Chris Henry Another Senseless Statistic
By every account, in the hours since we heard Henry was gravely injured Wednesday evening before dying Thursday morning, it sounded as if he had learned his lesson. Unlike Pacman, he'd stayed out of trouble. The only time Henry's name was appearing in the paper was in the Cincinnati Bengals' box score, not in the Cincinnati police department's arrest report.
Henry was proving quietly to be the best kind of story there is in sports -- if not in any walk of life -- that of redemption. In fact, at the end of the day, what Henry was trying to do was really what makes sports so compelling, coming back from something -- from a strikeout, throwing an interception, missing a game-winning free-throw, losing the big game, fending off career-threatening injury, changing your persona in the eyes of your teammates and fans.
To me, it wasn't that Henry was so young, just 26, that made his death so tragic. Young people from this country die every day in Afghanistan and Iraq. They die every day on city streets in our country and garner only a paragraph or two on the inside of whatever is left of our newspapers. If they die particularly violent deaths, they may make the front page and lead the evening news.
To me, it wasn't that Henry could earn millions of dollars as a pro athlete and live in a fabulous house that some TV show might want to feature. Lives shouldn't be valued by one's earning power or bank account, although we do it all the time.
Instead, what made Henry's demise so sad to me was that, in the end, he didn't escape the hole he once found himself in to become a glowing example that a life can be turned around.
I called Bengals' coach Marvin Lewis just a couple of months ago to ask him about what appeared to be Henry's quiet reversal of lifestyle. Lewis told me through team spokesman Jack Brennan that he preferred to leave well enough alone at that moment but added that he was very proud about how well Henry was behaving and performing.
In early November, Henry broke his arm against the Baltimore Ravens. He was done for this season.
Who knows whether he'd still be alive today had he not been on injured reserve and been at practice in Cincinnati on Wednesday? Instead, he was visiting Charlotte to see his fianceé, Loleini Tonga. Police said they wound up in a spat that triggered the event, falling off the back of a pickup truck, which cost Henry his life.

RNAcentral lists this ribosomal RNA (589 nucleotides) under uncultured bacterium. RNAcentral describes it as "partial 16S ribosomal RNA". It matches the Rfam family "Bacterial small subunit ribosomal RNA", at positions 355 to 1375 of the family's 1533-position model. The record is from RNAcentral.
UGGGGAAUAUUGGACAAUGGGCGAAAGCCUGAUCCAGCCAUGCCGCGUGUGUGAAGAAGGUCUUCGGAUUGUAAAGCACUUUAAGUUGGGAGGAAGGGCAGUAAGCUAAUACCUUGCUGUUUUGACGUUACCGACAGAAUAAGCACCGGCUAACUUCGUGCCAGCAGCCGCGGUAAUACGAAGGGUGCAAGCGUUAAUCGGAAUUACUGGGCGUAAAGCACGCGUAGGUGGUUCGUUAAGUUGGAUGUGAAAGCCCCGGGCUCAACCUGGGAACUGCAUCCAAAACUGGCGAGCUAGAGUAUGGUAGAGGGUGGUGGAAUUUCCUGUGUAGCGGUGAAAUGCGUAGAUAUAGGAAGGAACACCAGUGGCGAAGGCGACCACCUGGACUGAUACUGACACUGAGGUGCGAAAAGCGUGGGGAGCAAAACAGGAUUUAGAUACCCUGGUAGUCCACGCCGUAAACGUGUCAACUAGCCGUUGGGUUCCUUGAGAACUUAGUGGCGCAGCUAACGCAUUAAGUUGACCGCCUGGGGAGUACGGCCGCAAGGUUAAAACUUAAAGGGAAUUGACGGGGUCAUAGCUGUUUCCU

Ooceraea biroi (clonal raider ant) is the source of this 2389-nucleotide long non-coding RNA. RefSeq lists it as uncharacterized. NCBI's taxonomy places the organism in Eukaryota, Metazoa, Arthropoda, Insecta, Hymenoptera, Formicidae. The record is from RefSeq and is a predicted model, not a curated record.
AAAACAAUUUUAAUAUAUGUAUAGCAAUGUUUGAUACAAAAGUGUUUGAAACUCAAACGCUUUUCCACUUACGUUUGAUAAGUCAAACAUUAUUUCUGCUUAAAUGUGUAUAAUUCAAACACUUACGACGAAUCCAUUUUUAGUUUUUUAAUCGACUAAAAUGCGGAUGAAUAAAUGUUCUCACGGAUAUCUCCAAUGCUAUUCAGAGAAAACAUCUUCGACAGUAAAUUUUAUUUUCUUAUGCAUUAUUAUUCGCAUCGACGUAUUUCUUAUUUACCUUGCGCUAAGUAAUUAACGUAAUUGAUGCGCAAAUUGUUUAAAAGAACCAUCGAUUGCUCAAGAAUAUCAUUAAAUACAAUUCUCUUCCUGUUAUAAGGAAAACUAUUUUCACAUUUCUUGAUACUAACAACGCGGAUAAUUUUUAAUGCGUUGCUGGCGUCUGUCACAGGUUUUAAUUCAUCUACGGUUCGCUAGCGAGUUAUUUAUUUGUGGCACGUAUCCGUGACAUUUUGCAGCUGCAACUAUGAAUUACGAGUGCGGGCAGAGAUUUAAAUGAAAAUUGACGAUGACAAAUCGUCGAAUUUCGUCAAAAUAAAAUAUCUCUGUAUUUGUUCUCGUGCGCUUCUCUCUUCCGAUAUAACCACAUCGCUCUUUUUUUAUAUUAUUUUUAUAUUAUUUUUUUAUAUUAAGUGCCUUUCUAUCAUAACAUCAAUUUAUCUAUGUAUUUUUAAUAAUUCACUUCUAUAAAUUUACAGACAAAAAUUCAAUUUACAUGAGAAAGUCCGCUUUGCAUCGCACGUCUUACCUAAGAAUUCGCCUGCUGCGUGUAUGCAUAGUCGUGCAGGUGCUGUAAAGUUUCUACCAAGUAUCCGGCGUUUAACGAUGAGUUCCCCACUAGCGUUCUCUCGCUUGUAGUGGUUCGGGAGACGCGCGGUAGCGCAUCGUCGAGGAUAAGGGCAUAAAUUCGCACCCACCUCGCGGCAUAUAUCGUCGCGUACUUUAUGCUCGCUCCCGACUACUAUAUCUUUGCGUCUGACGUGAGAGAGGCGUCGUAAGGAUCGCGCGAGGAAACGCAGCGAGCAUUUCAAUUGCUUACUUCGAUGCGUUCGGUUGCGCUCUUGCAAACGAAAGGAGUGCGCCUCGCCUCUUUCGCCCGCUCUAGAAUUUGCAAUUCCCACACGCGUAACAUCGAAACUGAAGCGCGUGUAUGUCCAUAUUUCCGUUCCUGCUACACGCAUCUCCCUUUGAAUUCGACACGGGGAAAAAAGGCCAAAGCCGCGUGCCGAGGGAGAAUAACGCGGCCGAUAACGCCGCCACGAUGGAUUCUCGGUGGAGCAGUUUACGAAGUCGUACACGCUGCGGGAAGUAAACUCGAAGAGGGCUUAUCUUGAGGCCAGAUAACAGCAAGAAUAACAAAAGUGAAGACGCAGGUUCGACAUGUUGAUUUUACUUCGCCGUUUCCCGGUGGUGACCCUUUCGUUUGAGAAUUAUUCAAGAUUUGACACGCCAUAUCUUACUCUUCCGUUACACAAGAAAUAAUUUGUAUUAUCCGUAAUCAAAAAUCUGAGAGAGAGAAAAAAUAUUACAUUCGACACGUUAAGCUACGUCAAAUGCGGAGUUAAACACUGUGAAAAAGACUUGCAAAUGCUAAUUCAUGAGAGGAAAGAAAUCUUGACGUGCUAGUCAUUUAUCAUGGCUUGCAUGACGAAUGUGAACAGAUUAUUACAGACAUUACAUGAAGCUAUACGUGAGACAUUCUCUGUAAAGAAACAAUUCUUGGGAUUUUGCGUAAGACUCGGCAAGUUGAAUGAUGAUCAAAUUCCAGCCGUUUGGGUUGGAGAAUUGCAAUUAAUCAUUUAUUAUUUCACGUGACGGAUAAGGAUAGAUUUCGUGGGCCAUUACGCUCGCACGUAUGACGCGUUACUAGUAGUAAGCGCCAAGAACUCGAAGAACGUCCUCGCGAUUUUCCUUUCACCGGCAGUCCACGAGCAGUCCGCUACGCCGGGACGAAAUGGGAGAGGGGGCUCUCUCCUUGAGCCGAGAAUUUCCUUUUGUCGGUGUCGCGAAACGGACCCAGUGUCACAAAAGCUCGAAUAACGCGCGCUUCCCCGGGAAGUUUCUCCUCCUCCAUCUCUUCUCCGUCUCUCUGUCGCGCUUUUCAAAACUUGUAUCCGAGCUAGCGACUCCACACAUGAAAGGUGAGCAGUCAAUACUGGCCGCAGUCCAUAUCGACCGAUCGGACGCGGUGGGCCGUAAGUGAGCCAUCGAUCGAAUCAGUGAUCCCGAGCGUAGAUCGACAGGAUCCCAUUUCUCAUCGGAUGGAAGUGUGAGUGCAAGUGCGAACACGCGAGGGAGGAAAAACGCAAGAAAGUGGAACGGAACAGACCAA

So Henry wound up being what he was struggling not to become, another statistic. That's what saddens and angers me all at once. He had a chance to make it, but he didn't.
He became another black man between the age of 25 and 34 to succumb to what, for now, looks like unintentional injury, the second-leading cause of death for black men Henry's age. Homicide is the No. 1 cause of death for black men Henry's age and the Charlotte homicide unit is investigating the circumstances of his death.
Henry was rearing three children with his fianceé, too. Now they've become statistics. Two out of every three black kids in our country grow up in fatherless homes and, as such, must battle the rest of their upbringing against a plethora of potential problems, including a greater propensity for substance abuse, poor educational performance, teen pregnancy, lawbreaking and suicide, to name the worst.
A lot what we are hearing and reading of Henry's death in the past few hours is far too reminiscent of another pro athlete's death, Washington Pro Bowl safety Sean Taylor's. He was even younger than Henry and was living another life that seemed headed in the wrong direction. Then, he also appeared to have reversed his life's course just before death found him. Taylor was shot to death.
In the immediate aftermath of Taylor's death, there was some suggestion that Taylor paved the way to his own demise. The trouble he once seemed to dwell in had merely caught up to him, some people said. That hypothesis proved wrong.
I would've thought a lesson was learned from such knee-jerk reaction to a violent death of a one-time troubled young man, but Henry's death evidenced that it hasn't been. Some observers have already uttered that they aren't surprised by Henry's early death because of his problems with the law in the past. A few even suggested such an end was to be expected.
The details of what lead to Henry's death are not yet known for certain. Early reports suggested his fianceé was driving away in a pickup due to a disagreement she was having with him and he jumped in the bed of the truck.
Did she know he was there? Did she try to shake him out of the truck? Did he leap to his death as one witness told a Charlotte TV reporter? We'll learn later.
All I know is that, just because he was in trouble before, doesn't mean he had what happened to him coming his way. That is as unfounded as it is disgusting.
When Henry was sat down by the league for half a season almost two and half years ago, Bengals' coach Lewis said: "While we regret the circumstances that called for it, it's good for both Chris and the Bengals to have the matter resolved. Our team will move forward, and now it is up to Chris to acquire a more mature understanding of his responsibilities as a player for the Bengals and a representative of the NFL."
Henry appeared to be accomplishing just that. How sad.